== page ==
I spent the day at Glenstone yesterday for the media preview of the new Roni Horn exhibition, which opens today and runs through January 28, 2018. I can't say enough good things about Glenstone, their staff, and Roni Horn's work, itself.

This was my first visit to Glenstone. I'd heard a lot of wonderful things about the museum but was pleasantly moved by the entire experience. The pastoral setting, on 200 acres of rolling hills that used to be a foxhunting estate, in Potomac, MD, is quiet and inspires calm from the moment of arrival. The architecture of the Charles Gwathmey-designed main gallery is serene and impressive yet understated enough that it doesn't overwhelm. The staff is welcoming, gracious, and exceptionally knowledgeable. 

We were allowed free roam of the Gallery for a bit before Emily Wei Rales, Director and Chief Curator of Glenstone (and one-half of the couple who founded the museum) gave us a tour of the exhibition and shared her extensive insight into Roni Horn's works.

The first piece in the exhibition, and my favorite, is Pink Tons. Weighing in at 5 tons, this is the largest piece of solid glass on the planet. (It took 8 months to cool after it was poured!) The sides are rough, with a frosted appearance, from having come in contact with the form in which it was cast. The top, however, is smooth. This gives the appearance — even at close viewing range — that the cube is filled with water just to the edge of the overflow point.  

Pink Tons, 2008-2011, solid glass with as-cast surfaces, 48 x 48 x 48 inches.

Above, left: White Dickinson NIGHT COMES BY EVENT —, 2006-2007, solid aluminum and cast plastic, 42.75 x 2 x 2 inches.
Above, right: Alana Quinn photographing one of Roni Horn's works from the White Dickinson series.
Below: Emily Wei Rales gestures while delivering a talk about the Roni Horn exhibition at Glenstone.

I'm not exaggerating when I say the second room of the exhibition made me nervous. Sculptures from Roni Horn's White Dickinson series are leaned against the walls of the room. In the middle of the room, placed on the floor, is Gold Field, a 49 x 60-inch piece of pure gold which has been pounded to .002 of an inch in thickness. Emily Wei Rales assured me that the piece, despite its fragile, foil-like appearance, has enough heft and solidity to not blow away in the slightest breeze.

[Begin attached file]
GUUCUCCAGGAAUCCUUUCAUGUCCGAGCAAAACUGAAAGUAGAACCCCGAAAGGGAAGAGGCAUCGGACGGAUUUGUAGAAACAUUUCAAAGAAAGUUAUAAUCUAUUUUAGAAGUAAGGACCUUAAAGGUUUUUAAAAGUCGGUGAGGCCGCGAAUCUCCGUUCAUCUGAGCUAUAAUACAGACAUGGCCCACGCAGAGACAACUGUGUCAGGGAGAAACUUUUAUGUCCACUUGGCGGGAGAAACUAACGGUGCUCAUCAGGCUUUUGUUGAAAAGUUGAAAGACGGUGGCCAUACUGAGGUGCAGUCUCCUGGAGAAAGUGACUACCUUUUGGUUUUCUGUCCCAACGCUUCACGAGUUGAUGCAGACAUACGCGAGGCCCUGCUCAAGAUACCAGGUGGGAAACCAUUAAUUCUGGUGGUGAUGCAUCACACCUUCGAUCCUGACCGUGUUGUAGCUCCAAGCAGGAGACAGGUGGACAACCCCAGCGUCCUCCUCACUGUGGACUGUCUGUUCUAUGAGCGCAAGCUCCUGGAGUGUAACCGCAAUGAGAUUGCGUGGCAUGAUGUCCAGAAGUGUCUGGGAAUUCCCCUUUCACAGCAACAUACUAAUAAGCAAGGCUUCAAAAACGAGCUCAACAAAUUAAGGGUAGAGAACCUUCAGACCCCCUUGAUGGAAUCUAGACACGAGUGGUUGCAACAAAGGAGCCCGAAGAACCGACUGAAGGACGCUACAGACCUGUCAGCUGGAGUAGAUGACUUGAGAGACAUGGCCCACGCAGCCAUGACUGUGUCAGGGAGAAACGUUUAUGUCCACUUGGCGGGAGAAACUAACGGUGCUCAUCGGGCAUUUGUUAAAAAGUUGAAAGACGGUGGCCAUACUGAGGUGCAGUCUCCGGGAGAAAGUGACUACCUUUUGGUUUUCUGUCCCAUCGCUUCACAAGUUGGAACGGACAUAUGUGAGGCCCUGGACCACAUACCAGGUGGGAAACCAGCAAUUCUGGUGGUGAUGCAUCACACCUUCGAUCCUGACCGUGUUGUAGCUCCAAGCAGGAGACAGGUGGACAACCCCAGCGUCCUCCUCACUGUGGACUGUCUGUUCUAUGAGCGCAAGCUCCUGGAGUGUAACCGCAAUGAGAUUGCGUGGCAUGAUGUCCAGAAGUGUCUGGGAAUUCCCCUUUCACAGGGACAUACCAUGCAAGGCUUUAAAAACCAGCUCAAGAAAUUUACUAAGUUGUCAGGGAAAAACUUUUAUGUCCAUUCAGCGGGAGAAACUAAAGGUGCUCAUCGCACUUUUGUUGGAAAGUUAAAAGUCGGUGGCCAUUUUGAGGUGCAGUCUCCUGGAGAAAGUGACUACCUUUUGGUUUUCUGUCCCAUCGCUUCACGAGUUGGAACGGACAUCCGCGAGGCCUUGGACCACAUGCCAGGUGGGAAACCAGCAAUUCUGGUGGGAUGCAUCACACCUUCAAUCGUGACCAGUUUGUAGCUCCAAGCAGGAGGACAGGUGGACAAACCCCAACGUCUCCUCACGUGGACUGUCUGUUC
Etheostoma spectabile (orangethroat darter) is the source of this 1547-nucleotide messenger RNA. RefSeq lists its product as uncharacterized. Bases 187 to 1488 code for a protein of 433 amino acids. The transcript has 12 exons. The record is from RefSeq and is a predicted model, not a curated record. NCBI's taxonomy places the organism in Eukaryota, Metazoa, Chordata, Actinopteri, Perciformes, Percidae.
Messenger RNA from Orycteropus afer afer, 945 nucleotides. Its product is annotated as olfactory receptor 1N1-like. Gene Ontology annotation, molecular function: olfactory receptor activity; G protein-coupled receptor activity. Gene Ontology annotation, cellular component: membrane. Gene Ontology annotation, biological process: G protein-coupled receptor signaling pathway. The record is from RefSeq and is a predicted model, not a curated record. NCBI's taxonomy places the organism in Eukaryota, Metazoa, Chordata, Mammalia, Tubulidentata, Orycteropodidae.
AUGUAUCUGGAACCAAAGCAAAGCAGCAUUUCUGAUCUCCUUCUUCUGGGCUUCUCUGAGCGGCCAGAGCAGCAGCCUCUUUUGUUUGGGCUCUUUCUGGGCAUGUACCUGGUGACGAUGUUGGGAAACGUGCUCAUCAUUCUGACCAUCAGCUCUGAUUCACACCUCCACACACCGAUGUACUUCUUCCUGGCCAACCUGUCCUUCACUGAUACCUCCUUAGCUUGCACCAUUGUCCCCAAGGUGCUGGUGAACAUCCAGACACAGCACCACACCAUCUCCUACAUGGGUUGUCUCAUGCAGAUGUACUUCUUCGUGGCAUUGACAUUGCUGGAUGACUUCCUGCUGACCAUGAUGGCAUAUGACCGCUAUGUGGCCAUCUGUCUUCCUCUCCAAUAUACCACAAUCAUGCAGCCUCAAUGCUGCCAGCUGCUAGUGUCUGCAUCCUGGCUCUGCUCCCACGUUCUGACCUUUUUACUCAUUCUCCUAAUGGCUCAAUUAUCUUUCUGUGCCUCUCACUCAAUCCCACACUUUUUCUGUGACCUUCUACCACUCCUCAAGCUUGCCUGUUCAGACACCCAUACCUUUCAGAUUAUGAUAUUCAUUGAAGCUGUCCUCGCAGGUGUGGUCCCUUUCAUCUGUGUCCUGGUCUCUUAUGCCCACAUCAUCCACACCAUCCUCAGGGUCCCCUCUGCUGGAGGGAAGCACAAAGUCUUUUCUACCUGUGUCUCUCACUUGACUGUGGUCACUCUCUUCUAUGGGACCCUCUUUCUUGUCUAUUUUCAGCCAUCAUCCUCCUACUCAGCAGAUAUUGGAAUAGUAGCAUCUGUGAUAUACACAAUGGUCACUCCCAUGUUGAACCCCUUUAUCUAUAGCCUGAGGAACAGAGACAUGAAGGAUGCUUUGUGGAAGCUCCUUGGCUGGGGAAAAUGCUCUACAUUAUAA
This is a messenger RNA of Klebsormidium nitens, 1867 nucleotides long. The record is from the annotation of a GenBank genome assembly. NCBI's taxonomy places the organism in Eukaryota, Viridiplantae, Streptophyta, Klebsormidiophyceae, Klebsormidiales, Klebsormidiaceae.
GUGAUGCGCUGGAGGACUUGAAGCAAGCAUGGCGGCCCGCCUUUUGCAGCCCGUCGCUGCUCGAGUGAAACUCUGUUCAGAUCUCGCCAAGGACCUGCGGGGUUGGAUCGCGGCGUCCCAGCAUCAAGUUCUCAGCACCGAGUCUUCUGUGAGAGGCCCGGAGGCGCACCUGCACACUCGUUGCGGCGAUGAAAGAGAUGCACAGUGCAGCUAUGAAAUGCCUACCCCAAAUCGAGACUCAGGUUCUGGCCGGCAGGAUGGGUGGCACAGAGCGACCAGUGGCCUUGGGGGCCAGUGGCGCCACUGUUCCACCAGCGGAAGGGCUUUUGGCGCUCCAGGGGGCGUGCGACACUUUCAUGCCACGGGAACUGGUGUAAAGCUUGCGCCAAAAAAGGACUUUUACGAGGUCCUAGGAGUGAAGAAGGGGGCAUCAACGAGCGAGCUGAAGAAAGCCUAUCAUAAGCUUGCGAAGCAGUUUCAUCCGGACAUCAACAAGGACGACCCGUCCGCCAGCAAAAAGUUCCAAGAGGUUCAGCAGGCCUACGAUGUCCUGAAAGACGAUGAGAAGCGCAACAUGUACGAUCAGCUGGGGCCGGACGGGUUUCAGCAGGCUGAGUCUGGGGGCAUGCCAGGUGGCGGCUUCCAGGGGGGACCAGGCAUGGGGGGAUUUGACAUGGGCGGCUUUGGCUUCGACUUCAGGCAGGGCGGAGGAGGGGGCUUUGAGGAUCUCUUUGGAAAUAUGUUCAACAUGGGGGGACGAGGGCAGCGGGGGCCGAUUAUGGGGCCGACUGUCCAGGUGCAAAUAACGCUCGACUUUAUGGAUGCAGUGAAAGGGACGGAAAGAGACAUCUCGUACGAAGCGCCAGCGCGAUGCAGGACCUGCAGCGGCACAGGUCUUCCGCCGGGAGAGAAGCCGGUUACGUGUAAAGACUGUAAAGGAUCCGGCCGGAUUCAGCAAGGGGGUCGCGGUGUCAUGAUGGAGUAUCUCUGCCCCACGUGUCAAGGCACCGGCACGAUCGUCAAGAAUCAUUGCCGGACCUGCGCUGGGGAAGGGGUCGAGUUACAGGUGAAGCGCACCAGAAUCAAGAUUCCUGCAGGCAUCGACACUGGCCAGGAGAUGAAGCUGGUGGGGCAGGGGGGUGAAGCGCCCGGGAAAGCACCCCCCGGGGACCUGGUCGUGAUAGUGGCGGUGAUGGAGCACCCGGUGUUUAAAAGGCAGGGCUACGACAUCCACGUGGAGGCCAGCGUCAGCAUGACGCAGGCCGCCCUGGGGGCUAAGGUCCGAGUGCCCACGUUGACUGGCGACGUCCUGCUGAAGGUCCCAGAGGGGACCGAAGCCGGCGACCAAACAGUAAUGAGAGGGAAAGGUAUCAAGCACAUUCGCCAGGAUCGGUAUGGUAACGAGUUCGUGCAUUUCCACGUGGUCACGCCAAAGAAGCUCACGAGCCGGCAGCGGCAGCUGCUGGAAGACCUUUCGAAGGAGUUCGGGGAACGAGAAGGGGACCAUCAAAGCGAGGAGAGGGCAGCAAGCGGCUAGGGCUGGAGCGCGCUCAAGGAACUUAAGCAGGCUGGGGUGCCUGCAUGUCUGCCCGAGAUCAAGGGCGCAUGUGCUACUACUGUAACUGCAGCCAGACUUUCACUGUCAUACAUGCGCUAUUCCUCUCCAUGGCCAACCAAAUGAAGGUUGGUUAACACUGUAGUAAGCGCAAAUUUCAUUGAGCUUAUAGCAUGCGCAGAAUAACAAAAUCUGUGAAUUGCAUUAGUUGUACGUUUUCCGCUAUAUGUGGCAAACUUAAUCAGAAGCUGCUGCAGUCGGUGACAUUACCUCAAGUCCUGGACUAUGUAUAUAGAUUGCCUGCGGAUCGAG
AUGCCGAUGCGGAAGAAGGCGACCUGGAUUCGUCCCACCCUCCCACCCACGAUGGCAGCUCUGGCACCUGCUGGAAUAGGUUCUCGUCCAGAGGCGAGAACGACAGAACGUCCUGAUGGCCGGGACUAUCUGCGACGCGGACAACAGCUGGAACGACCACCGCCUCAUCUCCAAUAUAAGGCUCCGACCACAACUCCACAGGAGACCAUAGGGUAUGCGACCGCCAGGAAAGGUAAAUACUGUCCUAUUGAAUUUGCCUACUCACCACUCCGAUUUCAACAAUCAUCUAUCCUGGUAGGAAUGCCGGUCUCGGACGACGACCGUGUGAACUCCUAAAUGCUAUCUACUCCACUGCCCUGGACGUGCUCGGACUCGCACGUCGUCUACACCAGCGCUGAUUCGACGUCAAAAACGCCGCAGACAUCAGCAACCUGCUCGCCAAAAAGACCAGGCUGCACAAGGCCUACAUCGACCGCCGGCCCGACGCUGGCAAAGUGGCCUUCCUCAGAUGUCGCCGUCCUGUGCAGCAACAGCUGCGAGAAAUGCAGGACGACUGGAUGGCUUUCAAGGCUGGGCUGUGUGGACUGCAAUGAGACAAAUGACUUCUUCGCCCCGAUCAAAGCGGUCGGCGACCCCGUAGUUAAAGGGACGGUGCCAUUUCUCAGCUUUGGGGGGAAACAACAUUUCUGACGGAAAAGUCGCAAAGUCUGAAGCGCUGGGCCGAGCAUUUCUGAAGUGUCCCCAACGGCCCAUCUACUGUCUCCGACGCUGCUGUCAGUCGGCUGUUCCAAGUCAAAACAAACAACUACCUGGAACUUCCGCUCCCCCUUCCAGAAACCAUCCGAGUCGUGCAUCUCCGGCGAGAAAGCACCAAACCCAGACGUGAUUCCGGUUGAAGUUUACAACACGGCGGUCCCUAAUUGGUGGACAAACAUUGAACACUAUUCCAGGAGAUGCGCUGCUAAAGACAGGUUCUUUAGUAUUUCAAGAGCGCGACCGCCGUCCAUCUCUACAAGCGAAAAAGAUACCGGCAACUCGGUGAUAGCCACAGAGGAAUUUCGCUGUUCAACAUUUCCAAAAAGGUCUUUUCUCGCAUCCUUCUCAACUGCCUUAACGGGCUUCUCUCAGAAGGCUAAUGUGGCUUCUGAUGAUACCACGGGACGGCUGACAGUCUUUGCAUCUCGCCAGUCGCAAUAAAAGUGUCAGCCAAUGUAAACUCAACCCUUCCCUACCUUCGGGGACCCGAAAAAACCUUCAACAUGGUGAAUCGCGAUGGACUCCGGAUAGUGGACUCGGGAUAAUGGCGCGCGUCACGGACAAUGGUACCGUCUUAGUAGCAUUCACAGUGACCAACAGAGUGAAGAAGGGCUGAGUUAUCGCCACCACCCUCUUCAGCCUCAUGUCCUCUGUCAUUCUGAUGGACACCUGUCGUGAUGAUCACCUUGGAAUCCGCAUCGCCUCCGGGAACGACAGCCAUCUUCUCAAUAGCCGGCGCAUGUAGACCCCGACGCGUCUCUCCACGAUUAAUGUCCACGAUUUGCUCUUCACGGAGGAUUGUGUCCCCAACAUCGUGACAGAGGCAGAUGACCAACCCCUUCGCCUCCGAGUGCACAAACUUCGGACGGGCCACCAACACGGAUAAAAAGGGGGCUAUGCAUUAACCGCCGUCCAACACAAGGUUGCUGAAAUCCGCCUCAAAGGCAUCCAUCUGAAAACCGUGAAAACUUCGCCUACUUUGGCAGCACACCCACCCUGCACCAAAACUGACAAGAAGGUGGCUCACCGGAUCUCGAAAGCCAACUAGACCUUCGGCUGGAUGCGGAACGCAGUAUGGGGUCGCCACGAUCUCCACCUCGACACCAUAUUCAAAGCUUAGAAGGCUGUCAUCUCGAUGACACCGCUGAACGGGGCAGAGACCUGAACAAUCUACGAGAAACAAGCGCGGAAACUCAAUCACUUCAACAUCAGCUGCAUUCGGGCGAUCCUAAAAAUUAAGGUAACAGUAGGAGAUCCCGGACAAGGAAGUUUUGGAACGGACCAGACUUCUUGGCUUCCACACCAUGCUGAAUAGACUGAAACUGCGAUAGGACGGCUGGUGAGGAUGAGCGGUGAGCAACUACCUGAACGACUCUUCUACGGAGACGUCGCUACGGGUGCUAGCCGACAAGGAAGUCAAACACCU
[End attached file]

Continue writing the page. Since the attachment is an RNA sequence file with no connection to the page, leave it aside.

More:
Roni Horn has worked with a wide choice of mediums and as a result, the exhibition features examples of the artist's sculptures, drawings, photographs, installations, and works on paper. Particularly mind boggling to me were the works on display in the fourth room. Beginning with two individual drawings, Roni Horn slices them into pieces and uses those pieces to create one, larger work of art. In order to keep track of where the individual pieces came from, or are going, Roni Horn scribbles notes to herself on them. These notes may be the names of musicians or celebrities — whatever happens to be on her mind at the time. The finished products resemble maps while maintaining an abstract quality.

Above: Kelly Paras, in the maroon sweater, for scale.

Above: I used one of the photographs from bird (1998/2008, ten pairs of pigment printed photographs, each 22 x 22 inches) to take a selfie of sorts.

After Emily Wei Rales concluded her talk we took a few minutes for refreshments before two of the docents led us outdoors for a sculpture tour. There are numerous sculptures across the grounds but my favorites were Andy Goldsworthy's Clay Houses (Boulder-Room-Holes), Tony Smith's Smug, and Richard Serra's Sylvester.

Above: Andy Goldsworthy, Clay Houses (Boulder-Room-Holes), 2007 – 2008, clay from on-site excavation, human and animal hair, Carderock stone (quartzite/mica schist), slate, oak, and glass. Each house: 13 feet 2 inches x 16 feet x 19 feet.

Below: Tony Smith, Smug, 1973 / 2005, aluminum, painted black, 11 feet x 78 feet x 64 feet

Below: Richard Serra, Sylvester, 2001, weatherproof steel. Outer spiral 13 feet 7 inches x 41 feet x 31 feet 8 inches. Inner spiral 13 feet 7 inches x 30 feet 8 inches x 24 feet 11 inches.

And of course, a piece like Sylvester, which is intended to be moved through, was a big hit with all the photographers and inspired lots of laughter and silliness. Below, a couple of photos I took of Sylvester with Monling Lee.

Glenstone is in the middle of an expansion which will increase the total size of the museum from 23,000 square feet to 170,000 square feet, with expanded gallery space growing from 9,000 square feet to 50,000 square feet. The current gallery space is not impacted by the construction project.

Glenstone is open Thursday through Sunday from 10am to 5pm. All visits are scheduled by reservation, and same-day reservations are welcomed. Outdoor sculpture tours are offered hourly 11am to 3pm, weather permitting, and cover about one mile of varied terrain. It's recommended visitors wear comfortable and durable footwear.

The Roni Horn exhibition runs from March 9, 2017 to January 28, 2018.

 

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